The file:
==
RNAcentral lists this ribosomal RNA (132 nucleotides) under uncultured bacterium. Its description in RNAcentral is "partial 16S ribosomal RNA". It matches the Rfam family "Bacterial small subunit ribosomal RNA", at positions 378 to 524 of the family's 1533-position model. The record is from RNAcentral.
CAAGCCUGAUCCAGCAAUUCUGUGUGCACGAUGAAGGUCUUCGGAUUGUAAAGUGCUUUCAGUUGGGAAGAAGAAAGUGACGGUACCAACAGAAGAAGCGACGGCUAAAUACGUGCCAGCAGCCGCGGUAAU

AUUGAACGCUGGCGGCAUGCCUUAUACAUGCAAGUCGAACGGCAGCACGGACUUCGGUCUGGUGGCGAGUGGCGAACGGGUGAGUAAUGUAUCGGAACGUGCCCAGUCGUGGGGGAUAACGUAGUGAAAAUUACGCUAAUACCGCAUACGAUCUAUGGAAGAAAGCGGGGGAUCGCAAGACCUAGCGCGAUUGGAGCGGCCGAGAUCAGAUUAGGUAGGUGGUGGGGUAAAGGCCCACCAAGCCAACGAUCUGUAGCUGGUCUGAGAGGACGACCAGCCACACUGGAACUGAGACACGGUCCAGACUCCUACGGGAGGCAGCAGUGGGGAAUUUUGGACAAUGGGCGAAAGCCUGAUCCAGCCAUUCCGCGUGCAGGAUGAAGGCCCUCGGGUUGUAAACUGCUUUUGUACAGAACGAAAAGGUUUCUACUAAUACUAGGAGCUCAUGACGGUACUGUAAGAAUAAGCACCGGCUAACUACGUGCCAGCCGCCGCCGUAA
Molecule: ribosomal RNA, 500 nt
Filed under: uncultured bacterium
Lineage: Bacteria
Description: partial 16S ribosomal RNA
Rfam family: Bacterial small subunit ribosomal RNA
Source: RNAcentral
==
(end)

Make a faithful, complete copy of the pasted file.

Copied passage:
RNAcentral lists this ribosomal RNA (132 nucleotides) under uncultured bacterium. Its description in RNAcentral is "partial 16S ribosomal RNA". It matches the Rfam family "Bacterial small subunit ribosomal RNA", at positions 378 to 524 of the family's 1533-position model. The record is from RNAcentral.
CAAGCCUGAUCCAGCAAUUCUGUGUGCACGAUGAAGGUCUUCGGAUUGUAAAGUGCUUUCAGUUGGGAAGAAGAAAGUGACGGUACCAACAGAAGAAGCGACGGCUAAAUACGUGCCAGCAGCCGCGGUAAU

AUUGAACGCUGGCGGCAUGCCUUAUACAUGCAAGUCGAACGGCAGCACGGACUUCGGUCUGGUGGCGAGUGGCGAACGGGUGAGUAAUGUAUCGGAACGUGCCCAGUCGUGGGGGAUAACGUAGUGAAAAUUACGCUAAUACCGCAUACGAUCUAUGGAAGAAAGCGGGGGAUCGCAAGACCUAGCGCGAUUGGAGCGGCCGAGAUCAGAUUAGGUAGGUGGUGGGGUAAAGGCCCACCAAGCCAACGAUCUGUAGCUGGUCUGAGAGGACGACCAGCCACACUGGAACUGAGACACGGUCCAGACUCCUACGGGAGGCAGCAGUGGGGAAUUUUGGACAAUGGGCGAAAGCCUGAUCCAGCCAUUCCGCGUGCAGGAUGAAGGCCCUCGGGUUGUAAACUGCUUUUGUACAGAACGAAAAGGUUUCUACUAAUACUAGGAGCUCAUGACGGUACUGUAAGAAUAAGCACCGGCUAACUACGUGCCAGCCGCCGCCGUAA
Molecule: ribosomal RNA, 500 nt
Filed under: uncultured bacterium
Lineage: Bacteria
Description: partial 16S ribosomal RNA
Rfam family: Bacterial small subunit ribosomal RNA
Source: RNAcentral